Answer to Last Week’s Brain Teaser
Brain Teaser
If the first prisoner had seen two black hats on the other two prisoners, he would have know that he was wearing a white hat as there were only two black hats to begin with. As he didn’t know what color hat he had, this means the other two prisoners must either have been both wearing white hats or one wearing a white hat and the other a black one.
The second prisoner would know this once the first prisoner is unable to say what color his hat is, i.e. the second prisoner now knows that either both he and the blind prisoner are wearing white hats or one of them is wearing white and the other black. So if the blind prisoner was wearing a black hat, the second prisoner would know that he must be wearing a white hat.
As the second prisoner couldn’t work out what color of hat he was wearing, this told the blind prisoner that he must be wearing a white hat (if the blind prisoner was wearing a black hat, the second prisoner would have been able to deduce that he was wearing a white hat).
The question:
If you missed the question last week, here it is…
The Blind Prisoner
There were 3 prisoners in the King’s dungeon. Two of them had perfect vision but the third prisoner was completely blind.
One day the King gathered the prisoners together and said to them, “I have 5 hats. 2 of the hats are black and 3 are white. I will blindfold each of you and then put one of the hats on each of your heads. I will then put the remaining two hats in another room. Next, I will remove your blindfolds. At this point you may look at your fellow prisoners but may not speak to them. The person that can tell me the color of the hat on his head will go free. Do not insult me by guessing, however, for if you guess and are wrong, you shall be executed.”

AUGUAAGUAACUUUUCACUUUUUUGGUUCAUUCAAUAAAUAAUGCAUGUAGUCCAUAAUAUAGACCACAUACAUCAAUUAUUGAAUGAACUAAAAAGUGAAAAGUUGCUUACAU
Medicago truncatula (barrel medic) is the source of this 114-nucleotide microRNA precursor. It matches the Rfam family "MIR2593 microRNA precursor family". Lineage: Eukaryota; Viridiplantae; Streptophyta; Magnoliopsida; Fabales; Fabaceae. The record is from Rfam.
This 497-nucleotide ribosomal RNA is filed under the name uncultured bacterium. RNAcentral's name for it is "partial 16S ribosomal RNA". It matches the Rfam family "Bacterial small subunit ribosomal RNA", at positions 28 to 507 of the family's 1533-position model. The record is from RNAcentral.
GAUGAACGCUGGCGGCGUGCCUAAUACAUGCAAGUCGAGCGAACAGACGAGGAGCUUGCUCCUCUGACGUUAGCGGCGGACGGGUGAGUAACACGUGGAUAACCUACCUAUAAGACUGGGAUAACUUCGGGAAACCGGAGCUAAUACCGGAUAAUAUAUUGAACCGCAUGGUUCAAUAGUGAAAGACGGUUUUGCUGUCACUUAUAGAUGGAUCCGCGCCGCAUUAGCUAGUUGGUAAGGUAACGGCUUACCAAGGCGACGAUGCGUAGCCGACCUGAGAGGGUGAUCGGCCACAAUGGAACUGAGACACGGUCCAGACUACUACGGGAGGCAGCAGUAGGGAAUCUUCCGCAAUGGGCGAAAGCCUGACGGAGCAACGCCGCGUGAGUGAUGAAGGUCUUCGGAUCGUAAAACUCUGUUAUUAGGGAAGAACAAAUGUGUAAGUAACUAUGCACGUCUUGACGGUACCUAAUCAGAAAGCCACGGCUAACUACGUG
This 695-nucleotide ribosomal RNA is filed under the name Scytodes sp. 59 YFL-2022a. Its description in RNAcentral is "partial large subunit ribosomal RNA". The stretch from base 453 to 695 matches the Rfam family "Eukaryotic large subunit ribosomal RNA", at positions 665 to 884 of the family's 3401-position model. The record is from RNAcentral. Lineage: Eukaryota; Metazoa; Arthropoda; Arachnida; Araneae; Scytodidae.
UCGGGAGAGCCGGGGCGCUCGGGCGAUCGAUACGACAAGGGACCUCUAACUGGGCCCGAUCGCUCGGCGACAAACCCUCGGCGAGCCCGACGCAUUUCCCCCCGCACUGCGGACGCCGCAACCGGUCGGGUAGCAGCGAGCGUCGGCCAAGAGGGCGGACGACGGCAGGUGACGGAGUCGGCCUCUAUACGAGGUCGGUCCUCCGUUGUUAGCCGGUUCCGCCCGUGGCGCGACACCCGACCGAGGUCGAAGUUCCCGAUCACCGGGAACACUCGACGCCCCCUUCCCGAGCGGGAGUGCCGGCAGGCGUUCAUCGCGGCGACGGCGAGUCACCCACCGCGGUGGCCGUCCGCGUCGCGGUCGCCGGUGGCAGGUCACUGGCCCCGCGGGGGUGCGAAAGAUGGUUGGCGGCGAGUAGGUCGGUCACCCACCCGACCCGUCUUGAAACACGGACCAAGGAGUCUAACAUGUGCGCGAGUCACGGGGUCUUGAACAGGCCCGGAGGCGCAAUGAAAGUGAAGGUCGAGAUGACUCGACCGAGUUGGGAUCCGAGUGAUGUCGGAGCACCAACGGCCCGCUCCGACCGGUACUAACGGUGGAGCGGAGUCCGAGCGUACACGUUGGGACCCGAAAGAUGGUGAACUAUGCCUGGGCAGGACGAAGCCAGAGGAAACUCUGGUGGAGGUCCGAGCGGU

The hats were then placed on the prisoners’ heads and the blindfolds were removed.
The King then spoke to the first prisoner, a fully sighted man. “What is the color of the hat on your head” The prisoner looked around carefully but finally, not wanting to risk death by guessing, said that he did not know.
The King then spoke to the second prisoner, the other fully sighted man. “What is the color of the hat on your head” This prisoner also looked carefully at the hats upon the heads of the other two prisoners, but finally admitted that he also did not know.
At this point the King turned and began to walk away, assuming that the third prisoner who was blind could not know possibly the answer to the riddle.
But then the blind man spoke. “Excuse me, my lord,” he said, “but I am certain my hat is white.”
Surprised, the King turned around. He saw that the blind man was correct and ordered him to be freed at once.
How did the blind prisoner know the color of his hat?

Star Teen
Meet the ‘Wonder’ Siblings of Sheku Kanneh-Mason, the 19 Year-old Cellist Who Performed at the Royal Wedding
At the royal wedding between Prince Harry and Meghan Markle on May 19, a teenage Cellist gave a marveling performance of some classical numbers and made waves worldwide. 19 year old Sheku Kanneh -Mason performed alongside the Orchestra during the signing of the register by the couple.
A month before the wedding, Sheku gushed about how excited he was to perform at Harry and Markle’s wedding with this tweet, ‘I’m so excited and honoured to perform at Prince Harry and Meghan Markle’s wedding. I was bowled over when Ms Markle called me to ask if I would play during the ceremony, and of course I immediately said yes!!! What a privilege. I can’t wait!’
Last June, Prince Harry saw Sheku play at an event in London in support of the work of Antiguan charity the Halo Foundation.

Who is Sheku Kanneh-Mason?
Sheku resides in the United Kingdom and this year, his debut album, “Inspiration,” hit number 1 on the U.K. classical chart, according to his Twitter bio.He grew up one of seven children and is currently a full-time scholarship student at The Associated Board of the Royal Schools of Music, according to his website. He began learning the cello when he was 6 years old. He was the first black winner of Britain’s Young Musician of the Year Award, which he won in 2016.